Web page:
Insomnia Patients Underestimate Actual Sleep Duration
Many insomnia patients show a marked discrepancy between objectively measured sleep duration vs. subjectively reported sleep duration. For example, a previous meta-analysis found that patients with insomnia sleep only 23 min less per night objectively than good sleepers, while self-report sleep diary data indicate a mean subjectively reported difference of almost two hours between groups. There is also a systematic underestimation of sleep of about an hour when comparing subjective and objective measures of a particular night of sleep in patients with insomnia.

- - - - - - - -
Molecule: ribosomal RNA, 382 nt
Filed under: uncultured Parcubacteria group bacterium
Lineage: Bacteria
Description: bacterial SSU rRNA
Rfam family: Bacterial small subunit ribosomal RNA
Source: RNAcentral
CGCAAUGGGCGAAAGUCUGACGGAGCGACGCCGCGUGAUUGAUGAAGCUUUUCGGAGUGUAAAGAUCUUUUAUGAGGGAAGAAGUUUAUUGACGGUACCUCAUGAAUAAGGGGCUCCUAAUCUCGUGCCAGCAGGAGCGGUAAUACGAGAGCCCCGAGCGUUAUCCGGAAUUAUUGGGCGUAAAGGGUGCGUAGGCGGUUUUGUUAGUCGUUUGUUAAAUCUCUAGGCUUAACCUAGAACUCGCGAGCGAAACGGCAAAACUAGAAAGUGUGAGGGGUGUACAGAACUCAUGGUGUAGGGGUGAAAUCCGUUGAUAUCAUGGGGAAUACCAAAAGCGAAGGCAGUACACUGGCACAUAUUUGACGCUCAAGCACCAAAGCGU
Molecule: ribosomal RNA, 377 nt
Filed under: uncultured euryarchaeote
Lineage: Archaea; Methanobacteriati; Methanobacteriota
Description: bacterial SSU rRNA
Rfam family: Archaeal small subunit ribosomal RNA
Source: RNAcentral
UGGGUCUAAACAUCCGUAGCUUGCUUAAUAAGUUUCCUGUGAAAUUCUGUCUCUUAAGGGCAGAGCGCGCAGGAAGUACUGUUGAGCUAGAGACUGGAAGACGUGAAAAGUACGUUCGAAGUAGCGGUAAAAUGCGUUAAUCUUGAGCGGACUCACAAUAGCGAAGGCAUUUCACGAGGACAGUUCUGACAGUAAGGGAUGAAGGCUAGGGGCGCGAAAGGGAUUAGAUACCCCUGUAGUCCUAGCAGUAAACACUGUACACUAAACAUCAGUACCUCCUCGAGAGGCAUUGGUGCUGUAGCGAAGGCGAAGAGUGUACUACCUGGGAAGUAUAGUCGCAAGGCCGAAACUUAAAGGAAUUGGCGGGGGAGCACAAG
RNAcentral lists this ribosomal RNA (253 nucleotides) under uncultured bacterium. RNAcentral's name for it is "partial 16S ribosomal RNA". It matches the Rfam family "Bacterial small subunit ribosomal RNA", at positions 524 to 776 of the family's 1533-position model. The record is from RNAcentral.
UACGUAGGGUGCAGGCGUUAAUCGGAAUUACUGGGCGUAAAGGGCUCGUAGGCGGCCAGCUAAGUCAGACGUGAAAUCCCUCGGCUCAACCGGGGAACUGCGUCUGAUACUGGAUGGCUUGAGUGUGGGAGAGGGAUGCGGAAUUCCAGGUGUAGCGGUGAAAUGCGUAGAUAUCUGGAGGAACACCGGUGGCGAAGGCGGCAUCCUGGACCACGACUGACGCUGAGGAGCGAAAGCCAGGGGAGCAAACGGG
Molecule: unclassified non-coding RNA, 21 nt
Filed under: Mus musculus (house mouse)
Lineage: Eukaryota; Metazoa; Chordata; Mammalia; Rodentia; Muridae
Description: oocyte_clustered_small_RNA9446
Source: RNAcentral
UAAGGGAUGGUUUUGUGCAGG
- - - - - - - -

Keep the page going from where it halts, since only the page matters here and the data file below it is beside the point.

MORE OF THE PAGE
A recent study used sleep diaries and objective sleep recordings in insomnia and good sleepers. The study found that insomnia patients underestimated objective sleep by just under an hour, while good sleepers overestimated objective sleep by about 20 minutes. These findings underscore the finding that insomnia patients are much less accurate in estimating actual sleep duration compared to good sleepers, and that insomnia patients underestimate their sleep by about one on average.